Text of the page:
Personal, Stories Told

Telling Dad’s stories

When I launched this blog in 2007 I was beginning to heal from a destructive marriage and a brutal divorce. With a few key exceptions (like this, this, and this) I haven’t told stories from those years. And in those exceptions I made the stories be about me and not my ex.

I could easily have written a few dozen very unflattering stories about my ex. I had considerable righteous anger and I would have loved to vent it. But I made a vow to myself that I would not do that. I feared that it would be unhealthy for me to wallow in it. And I sure as hell wouldn’t like it if my ex blogged unkind stories about me. We were a hot mess — we both have terrible true stories to tell about each other.

dad&son 5x7
Proof that this father and son could be happy to be with each other

I have stories to tell about my father, too. Plenty of them are right on the tips of my fingertips when I sit down to blog.

My dad could be most unkind. He was also frequently domineering and controlling. It did damage that hindered my ability to form healthy relationships when I was an adult. It contributed strongly to why I chose my first wife and to my dysfunction in that marriage.

After Dad died and I wrote his life story I had a conversation with my cousin Susie. She’s Dad’s first cousin, born when Dad was a teenager. She has always loved and looked up to my dad. She tells stories of him tutoring her in arithmetic when she was a girl, making it all come to her so easily when she just couldn’t understand it in school.

I mentioned that I had more stories to tell and not all of them were flattering. But I was reluctant to tell them because the family respected my father so much. I didn’t want to come across as an ungrateful son, petulant, unforgiving.

Susie’s response surprised me. “Tell your stories if they’ll help you grieve. Don’t worry about how we’ll take it. We all know how he could be. It’s no secret. I’ve received it from him, too, and it hurts. It’s a Grey family trait. Some of us have learned to control it.”

I didn’t know anybody else knew. And: ooh, she is so right. I’ve had to beat that same trait down in myself over the years. To learn how to manage my emotions so I can speak and act kindly, in ways that build people up.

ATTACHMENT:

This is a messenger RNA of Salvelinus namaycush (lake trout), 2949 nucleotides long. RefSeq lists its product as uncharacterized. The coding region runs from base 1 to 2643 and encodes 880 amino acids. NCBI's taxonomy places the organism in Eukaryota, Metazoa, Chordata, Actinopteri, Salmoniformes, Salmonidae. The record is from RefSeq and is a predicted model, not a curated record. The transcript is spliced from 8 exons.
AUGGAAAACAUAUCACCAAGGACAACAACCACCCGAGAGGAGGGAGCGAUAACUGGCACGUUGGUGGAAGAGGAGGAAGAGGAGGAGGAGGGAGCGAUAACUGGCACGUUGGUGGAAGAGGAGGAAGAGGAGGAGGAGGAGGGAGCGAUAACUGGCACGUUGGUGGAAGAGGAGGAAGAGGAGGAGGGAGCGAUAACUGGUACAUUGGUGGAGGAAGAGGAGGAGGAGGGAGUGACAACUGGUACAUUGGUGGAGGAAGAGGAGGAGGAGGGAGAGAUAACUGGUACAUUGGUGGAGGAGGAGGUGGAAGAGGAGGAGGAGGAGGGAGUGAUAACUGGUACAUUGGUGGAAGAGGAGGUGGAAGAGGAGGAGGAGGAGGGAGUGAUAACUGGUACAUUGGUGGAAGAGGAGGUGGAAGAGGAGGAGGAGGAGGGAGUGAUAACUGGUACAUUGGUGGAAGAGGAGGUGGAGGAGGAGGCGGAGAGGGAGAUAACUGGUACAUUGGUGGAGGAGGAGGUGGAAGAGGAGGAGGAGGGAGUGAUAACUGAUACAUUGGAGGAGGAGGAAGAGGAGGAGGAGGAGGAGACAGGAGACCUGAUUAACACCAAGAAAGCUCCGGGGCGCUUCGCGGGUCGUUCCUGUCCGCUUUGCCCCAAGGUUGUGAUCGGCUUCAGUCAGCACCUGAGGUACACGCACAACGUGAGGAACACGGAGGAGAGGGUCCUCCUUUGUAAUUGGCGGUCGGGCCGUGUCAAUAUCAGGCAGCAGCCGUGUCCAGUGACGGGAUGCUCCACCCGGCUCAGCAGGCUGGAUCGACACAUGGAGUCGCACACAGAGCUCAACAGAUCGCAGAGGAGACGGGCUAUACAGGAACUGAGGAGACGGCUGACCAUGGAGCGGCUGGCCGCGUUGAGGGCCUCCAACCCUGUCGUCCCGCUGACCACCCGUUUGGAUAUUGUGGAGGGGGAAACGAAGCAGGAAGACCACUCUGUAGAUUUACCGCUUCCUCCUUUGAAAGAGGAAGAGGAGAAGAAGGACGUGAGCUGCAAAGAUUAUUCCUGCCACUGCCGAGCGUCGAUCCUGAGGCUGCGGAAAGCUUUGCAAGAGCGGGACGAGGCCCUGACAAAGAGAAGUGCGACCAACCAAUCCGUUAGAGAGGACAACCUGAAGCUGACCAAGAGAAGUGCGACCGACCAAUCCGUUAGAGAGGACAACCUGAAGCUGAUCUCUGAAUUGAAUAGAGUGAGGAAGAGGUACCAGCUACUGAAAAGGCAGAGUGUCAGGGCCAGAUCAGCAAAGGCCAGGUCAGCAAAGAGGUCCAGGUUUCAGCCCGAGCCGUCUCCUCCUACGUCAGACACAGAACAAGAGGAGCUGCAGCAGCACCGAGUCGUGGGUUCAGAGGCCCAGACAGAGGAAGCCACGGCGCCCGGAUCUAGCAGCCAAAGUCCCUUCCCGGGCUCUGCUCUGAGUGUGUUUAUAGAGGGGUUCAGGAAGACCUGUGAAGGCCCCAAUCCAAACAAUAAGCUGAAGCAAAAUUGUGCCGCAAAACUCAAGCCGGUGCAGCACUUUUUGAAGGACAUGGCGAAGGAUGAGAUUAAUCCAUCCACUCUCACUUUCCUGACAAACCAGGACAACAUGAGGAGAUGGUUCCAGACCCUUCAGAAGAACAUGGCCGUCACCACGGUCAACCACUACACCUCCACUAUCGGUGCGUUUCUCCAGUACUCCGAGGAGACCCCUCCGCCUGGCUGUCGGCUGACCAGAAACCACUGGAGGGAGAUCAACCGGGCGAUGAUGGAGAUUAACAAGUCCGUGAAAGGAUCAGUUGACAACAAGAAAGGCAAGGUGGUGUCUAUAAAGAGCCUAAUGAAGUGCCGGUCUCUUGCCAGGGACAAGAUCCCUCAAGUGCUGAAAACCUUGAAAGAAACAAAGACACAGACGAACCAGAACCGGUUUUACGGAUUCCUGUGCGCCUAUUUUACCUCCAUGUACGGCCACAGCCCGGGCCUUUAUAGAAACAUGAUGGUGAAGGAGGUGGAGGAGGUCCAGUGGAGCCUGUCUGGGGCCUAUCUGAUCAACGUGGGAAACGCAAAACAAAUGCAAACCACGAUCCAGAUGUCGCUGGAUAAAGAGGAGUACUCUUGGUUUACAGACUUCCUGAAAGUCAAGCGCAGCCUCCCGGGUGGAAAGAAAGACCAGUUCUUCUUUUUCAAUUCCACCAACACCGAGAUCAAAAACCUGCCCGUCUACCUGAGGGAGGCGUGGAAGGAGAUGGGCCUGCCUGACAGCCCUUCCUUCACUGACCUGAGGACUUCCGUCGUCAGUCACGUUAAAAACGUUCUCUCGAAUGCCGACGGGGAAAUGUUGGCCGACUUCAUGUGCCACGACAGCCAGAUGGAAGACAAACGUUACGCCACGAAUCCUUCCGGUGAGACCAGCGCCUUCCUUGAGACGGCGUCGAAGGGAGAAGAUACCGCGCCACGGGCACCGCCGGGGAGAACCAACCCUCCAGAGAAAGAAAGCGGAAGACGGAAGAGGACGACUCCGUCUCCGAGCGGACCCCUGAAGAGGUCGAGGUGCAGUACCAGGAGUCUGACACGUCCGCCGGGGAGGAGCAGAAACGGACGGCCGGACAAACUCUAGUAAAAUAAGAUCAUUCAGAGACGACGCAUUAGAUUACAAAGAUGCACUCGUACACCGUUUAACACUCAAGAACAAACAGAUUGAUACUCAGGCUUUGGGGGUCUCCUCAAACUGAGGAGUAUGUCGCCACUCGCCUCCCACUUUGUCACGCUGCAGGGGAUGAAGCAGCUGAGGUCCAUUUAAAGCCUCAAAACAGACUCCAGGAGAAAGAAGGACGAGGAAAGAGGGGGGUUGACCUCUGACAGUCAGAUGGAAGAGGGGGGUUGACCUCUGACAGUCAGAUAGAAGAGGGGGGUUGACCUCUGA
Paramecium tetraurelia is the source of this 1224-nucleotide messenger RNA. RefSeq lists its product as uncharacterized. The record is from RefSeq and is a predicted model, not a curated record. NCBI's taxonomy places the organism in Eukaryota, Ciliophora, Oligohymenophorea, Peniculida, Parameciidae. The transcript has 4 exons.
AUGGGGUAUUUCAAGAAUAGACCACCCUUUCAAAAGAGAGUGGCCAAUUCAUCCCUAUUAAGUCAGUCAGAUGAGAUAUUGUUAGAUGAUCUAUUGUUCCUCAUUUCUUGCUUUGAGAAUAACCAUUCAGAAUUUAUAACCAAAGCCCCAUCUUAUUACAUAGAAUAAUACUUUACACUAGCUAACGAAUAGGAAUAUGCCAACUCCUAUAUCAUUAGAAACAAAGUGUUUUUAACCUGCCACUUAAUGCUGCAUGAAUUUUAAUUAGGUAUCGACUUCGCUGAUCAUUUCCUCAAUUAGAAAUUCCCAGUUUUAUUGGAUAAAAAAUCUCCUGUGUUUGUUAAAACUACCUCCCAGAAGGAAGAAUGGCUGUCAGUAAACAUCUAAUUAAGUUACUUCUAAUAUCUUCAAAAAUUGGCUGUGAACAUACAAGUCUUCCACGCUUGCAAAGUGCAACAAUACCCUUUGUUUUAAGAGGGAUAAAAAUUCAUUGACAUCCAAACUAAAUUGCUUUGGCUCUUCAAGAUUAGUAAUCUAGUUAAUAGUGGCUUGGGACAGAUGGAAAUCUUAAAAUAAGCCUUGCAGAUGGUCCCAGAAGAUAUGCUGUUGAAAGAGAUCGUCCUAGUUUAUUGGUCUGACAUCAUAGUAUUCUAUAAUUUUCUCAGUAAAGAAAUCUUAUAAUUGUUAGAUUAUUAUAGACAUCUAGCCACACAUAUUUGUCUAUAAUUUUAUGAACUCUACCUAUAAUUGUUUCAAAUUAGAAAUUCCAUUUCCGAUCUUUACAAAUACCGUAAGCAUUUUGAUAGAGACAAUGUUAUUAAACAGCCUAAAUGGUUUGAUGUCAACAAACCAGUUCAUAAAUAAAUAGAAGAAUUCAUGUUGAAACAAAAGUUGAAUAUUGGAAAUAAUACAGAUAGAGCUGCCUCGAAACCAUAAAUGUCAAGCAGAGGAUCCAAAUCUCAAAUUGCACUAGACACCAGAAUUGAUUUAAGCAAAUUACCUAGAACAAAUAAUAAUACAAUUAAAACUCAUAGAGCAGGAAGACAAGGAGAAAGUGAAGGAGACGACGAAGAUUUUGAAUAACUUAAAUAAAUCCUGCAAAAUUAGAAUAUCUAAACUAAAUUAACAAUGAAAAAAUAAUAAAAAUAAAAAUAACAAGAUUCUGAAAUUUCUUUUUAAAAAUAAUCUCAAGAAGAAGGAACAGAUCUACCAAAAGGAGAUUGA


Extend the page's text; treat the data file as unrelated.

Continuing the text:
I’ve also learned how to choose better the people I keep in my life, and to behave in healthy ways in my relationships. I’ve done a ton of work on myself and I’m proud of what I’ve accomplished.

In my late 30s I was finally able to make peace with most of what happened between my dad and me when I was young. The remaining few difficult moments were damaging enough that, a couple years ago, I saw a good therapist who helped me heal.

As I continue to grieve my father’s death I’m sure I will write more about him. Or, rather, I’ll write more about me in my relationship with him. Some of what I write will likely show some of my father’s unfortunate traits. I will write it only when I can’t tell my own story without revealing those details.

Because like Susie I know two sides of my dad. The other side of him is remarkable. My father, who exited a chaotic childhood feeling unwanted and having no idea what normal was, went on to make a stable, successful family. His two children were the first Greys ever to graduate college right after high school. The conditions he created and his encouragement helped us both move from our working-class roots into upper-middle-class careers. Contrary to the American mythos, this is actually enormously difficult. My father was satisfied with what he accomplished, as well he should have been.



Kodak 35, Kodak Plus-X

Film Photography